Kidney aging is accompanied by characteristic changes in the glomerulus, but little is known about the effect of aging on glomerular parietal epithelial cells (PECs), nor if the characteristic glomerular changes in humans and rats also occur in very old mice. Accordingly, a descriptive analysis was undertaken in 27-mo-old C57B6 mice, considered advanced age. PEC density was significantly lower in older mice compared with young mice (aged 3 mo), and the decrease was more pronounced in juxtamedullary glomeruli compared with outer cortical glomeruli. In addition to segmental and global glomerulosclerosis in older mice, staining for matrix proteins collagen type IV and heparan sulfate proteoglycan were markedly increased in Bowman's capsules of older mouse glomeruli, consistent with increased extracellular matrix production by PECs. De novo staining for CD44, a marker of activated and profibrotic PECs, was significantly increased in aged glomeruli. CD44 staining was more pronounced in the juxtamedullary region and colocalized with phosphorylated ERK. Additionally, a subset of aged PECs de novo expressed the epithelial-to-mesenchymal transition markers α-smooth muscle and vimentin, with no changes in epithelial-to-mesenchymal transition markers E-cadherin and β-catenin. The mural cell markers neural/glial antigen 2, PDGF receptor-β, and CD146 as well as Notch 3 were also substantially increased in aged PECs. These data show that mice can be used to better understand the aging kidney and that PECs undergo substantial changes, especially in juxtamedullary glomeruli, that may participate in the overall decline in glomerular structure and function with advancing age.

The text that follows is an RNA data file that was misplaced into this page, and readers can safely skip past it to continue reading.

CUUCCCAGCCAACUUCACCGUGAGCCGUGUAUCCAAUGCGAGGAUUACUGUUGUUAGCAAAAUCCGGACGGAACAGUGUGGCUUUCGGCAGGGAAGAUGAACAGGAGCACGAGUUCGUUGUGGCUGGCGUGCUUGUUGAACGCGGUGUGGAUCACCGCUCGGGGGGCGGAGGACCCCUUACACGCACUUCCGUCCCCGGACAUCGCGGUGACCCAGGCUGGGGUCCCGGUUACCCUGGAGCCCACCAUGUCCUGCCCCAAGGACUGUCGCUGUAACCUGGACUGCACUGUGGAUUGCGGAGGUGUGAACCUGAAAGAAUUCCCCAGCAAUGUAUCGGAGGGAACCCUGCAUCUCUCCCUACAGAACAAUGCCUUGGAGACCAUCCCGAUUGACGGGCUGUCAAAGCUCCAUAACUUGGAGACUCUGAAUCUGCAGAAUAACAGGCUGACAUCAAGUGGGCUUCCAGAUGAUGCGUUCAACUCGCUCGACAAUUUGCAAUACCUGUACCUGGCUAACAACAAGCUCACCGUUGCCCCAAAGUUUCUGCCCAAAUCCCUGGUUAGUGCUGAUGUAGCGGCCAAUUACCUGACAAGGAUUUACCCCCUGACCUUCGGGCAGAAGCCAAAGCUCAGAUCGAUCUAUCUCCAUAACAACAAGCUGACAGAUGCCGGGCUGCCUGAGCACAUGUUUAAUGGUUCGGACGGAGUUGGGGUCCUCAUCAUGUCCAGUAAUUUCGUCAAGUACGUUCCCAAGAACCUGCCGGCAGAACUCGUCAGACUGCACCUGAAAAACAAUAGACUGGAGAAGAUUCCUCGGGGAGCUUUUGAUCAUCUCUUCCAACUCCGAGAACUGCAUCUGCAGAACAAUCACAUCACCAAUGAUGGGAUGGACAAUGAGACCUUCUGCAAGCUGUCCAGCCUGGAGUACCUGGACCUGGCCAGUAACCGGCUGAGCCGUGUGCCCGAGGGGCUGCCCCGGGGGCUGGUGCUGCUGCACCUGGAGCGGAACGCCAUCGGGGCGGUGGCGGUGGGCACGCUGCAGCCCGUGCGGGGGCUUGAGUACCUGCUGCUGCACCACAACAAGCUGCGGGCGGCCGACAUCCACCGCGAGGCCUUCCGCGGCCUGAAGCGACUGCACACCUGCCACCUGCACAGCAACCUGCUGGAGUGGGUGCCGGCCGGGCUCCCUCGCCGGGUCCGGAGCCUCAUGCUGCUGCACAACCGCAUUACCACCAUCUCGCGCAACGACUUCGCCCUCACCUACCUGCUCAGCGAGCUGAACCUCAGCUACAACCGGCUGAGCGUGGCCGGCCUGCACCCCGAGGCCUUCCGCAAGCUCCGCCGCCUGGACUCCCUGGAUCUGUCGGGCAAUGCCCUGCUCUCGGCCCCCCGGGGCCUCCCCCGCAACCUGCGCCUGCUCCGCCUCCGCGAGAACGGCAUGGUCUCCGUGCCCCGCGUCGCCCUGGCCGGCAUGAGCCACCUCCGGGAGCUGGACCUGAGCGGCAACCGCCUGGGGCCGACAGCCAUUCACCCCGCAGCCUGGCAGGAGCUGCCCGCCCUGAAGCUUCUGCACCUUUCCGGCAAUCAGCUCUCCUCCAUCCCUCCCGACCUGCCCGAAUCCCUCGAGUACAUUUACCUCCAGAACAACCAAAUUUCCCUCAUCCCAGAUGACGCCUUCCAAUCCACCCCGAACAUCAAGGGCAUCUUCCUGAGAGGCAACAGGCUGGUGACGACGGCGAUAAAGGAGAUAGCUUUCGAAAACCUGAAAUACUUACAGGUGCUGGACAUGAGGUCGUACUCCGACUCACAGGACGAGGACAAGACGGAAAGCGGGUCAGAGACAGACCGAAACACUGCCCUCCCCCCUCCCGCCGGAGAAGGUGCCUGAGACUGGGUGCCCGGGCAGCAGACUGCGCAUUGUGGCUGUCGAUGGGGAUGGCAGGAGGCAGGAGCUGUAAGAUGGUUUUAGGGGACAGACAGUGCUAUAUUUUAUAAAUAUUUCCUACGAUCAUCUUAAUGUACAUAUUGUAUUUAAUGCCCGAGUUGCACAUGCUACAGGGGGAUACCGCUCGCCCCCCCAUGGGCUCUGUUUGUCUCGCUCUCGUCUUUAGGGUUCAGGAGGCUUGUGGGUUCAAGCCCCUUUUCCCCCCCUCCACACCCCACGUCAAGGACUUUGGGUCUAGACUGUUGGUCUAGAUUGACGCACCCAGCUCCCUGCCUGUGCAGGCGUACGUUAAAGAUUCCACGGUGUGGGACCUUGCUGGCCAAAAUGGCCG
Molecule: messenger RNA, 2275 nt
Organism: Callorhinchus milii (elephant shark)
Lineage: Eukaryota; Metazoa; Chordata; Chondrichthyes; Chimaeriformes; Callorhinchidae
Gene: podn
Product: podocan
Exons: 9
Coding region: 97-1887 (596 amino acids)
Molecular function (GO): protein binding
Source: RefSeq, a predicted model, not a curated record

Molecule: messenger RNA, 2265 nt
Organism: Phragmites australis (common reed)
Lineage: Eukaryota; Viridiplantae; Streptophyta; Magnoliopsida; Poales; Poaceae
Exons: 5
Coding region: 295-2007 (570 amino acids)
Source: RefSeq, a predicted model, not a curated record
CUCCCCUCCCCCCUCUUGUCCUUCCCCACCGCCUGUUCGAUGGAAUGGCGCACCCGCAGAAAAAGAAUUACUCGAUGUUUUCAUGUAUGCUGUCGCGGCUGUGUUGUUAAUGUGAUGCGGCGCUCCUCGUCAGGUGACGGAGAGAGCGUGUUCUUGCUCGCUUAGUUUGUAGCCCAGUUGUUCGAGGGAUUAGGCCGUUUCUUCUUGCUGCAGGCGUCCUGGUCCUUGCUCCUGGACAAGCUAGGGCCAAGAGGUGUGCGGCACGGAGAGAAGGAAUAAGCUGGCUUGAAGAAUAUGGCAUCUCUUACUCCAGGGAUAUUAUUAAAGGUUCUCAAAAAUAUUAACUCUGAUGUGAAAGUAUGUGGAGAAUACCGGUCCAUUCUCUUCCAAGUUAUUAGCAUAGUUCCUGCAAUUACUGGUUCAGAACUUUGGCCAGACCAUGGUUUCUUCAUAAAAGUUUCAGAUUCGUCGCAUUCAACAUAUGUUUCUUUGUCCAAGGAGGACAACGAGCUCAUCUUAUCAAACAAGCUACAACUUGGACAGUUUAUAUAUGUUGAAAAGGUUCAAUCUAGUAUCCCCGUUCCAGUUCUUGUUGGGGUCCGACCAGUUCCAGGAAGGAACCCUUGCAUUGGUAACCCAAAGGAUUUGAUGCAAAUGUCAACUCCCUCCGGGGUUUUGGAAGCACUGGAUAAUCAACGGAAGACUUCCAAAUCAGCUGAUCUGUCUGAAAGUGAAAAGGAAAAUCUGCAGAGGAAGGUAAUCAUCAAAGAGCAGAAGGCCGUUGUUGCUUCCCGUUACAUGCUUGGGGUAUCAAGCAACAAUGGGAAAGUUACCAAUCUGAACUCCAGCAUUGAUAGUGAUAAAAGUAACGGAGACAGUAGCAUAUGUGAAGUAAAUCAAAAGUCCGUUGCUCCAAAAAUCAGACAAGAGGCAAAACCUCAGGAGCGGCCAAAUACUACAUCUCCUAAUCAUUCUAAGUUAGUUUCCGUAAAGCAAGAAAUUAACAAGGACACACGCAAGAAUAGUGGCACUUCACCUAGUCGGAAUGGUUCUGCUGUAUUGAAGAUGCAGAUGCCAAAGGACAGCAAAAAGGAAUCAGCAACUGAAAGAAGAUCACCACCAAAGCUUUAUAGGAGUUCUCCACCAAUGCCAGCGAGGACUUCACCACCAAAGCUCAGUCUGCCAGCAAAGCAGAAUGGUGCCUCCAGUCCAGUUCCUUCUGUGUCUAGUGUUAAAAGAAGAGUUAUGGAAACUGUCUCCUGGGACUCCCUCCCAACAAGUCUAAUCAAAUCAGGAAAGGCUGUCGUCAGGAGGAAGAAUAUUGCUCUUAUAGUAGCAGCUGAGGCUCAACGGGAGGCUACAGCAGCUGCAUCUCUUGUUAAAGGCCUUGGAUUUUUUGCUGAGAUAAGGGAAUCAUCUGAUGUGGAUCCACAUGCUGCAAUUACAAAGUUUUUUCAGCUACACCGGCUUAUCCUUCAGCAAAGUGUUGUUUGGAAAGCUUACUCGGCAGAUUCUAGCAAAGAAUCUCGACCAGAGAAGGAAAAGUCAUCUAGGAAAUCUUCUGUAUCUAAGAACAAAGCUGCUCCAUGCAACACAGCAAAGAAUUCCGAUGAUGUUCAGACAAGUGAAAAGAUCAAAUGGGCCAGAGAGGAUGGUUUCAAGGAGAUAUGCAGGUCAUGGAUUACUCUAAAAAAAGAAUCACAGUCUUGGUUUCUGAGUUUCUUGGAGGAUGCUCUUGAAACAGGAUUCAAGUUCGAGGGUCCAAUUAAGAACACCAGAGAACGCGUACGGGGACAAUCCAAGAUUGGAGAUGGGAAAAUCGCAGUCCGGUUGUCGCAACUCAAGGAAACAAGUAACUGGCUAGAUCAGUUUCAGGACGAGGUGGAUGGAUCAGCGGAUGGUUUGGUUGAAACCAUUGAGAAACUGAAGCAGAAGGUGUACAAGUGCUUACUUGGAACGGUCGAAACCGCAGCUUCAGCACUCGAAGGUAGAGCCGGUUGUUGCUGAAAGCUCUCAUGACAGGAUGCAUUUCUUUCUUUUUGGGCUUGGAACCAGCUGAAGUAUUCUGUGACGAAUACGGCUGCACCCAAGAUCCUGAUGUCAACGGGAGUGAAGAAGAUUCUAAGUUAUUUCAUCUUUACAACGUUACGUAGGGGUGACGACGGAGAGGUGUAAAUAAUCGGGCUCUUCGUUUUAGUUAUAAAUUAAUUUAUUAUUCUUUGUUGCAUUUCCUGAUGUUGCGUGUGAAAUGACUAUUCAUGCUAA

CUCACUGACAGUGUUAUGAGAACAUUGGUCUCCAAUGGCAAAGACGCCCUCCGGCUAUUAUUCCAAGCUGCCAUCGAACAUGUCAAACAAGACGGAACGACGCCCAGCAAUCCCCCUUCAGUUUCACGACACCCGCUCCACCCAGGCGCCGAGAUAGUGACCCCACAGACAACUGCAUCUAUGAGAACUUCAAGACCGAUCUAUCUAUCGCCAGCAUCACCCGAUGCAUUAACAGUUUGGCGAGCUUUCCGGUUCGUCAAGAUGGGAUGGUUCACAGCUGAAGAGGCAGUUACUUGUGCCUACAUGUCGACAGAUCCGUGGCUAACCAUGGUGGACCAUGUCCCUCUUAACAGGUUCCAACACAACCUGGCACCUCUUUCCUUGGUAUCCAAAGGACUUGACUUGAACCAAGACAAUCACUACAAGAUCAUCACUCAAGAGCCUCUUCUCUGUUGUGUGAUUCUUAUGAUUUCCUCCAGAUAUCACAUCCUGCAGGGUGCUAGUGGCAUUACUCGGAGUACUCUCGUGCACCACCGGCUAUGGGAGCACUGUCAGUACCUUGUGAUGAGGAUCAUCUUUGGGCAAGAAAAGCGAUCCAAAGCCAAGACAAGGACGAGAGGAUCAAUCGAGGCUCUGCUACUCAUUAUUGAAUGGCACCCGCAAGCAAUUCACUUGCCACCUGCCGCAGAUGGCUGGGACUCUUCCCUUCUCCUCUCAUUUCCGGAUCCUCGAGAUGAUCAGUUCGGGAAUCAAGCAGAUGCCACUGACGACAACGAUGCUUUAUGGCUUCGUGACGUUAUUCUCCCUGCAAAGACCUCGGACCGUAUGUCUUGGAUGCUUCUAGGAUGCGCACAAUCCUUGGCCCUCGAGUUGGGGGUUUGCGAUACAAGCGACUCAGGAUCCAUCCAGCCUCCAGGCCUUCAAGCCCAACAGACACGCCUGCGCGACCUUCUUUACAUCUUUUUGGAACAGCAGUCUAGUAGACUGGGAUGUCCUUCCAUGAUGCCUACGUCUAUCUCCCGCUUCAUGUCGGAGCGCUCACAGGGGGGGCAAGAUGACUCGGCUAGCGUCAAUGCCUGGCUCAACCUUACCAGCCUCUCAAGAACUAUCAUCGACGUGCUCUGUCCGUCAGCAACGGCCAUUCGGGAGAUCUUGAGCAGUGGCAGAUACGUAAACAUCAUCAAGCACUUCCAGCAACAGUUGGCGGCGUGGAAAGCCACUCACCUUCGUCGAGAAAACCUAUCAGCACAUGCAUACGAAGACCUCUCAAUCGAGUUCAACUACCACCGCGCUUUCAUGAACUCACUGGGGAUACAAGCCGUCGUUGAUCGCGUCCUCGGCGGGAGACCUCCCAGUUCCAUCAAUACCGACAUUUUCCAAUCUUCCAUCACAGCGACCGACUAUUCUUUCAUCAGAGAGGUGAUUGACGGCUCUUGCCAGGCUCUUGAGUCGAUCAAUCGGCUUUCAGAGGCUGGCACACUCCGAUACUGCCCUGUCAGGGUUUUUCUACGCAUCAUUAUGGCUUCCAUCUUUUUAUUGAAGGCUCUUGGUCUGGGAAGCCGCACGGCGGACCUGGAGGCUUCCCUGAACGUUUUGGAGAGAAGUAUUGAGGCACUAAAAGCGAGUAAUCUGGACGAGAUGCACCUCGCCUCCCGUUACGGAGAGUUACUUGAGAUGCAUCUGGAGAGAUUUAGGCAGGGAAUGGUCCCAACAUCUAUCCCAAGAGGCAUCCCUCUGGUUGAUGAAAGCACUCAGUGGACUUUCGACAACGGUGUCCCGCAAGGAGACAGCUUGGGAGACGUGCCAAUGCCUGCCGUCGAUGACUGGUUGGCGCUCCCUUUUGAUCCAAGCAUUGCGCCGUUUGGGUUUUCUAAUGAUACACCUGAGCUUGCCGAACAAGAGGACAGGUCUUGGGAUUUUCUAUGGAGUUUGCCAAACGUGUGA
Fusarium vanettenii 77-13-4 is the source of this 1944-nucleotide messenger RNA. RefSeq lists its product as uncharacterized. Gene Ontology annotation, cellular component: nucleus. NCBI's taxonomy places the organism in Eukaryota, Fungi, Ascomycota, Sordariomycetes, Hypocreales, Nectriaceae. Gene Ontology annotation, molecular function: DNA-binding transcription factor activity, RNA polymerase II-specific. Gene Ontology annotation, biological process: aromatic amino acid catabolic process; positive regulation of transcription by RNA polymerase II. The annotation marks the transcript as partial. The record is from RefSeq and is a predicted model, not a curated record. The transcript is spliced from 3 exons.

Modified vascular smooth muscle cells of the kidney afferent arterioles have recently been shown to serve as progenitors for glomerular epithelial cells in response to glomerular injury. To determine whether such cells of renin lineage (CoRL) serve as progenitors for other cells in kidney disease characterized by both glomerular and tubulointerstitial injury, permanent genetic cell fate mapping of adult CoRL using Ren1cCreER × Rs-tdTomato-R reporter mice was performed. TdTomato-labeled CoRL were almost completely restricted to the juxtaglomerular compartment in healthy kidneys. Following 2 wk of antibody-mediated focal segmental glomerulosclerosis (FSGS) or 16 wk of ⅚ nephrectomy-induced chronic kidney diseases, tdTomato-mapped CoRL were identified in both interstitial and glomerular compartments. In the interstitium, PDGFβ receptor (R)-expressing cells significantly increased, and a portion of these expressed tdTomato. This was accompanied by a decrease in native pericyte number, but an increase in the number of tdTomato cells that coexpressed the pericyte markers PDGFβ-R and NG2. These cells surrounded vessels and coexpressed the pericyte markers CD73 and CD146, but not the endothelial marker ERG. Within glomeruli of reporter mice with the ⅚ nephrectomy model, a subset of labeled CoRL migrated to the glomerular tuft and coexpressed podocin and synaptopodin. By contrast, labeled CoRL were not detected in glomerular or interstitial compartments following uninephrectomy. These observations indicate that in addition to supplying new adult podocytes to glomeruli, CoRL have the capacity to become new adult pericytes in the setting of interstitial disease. We conclude that CoRL have the potential to function as progenitors for multiple adult cell types in kidney disease.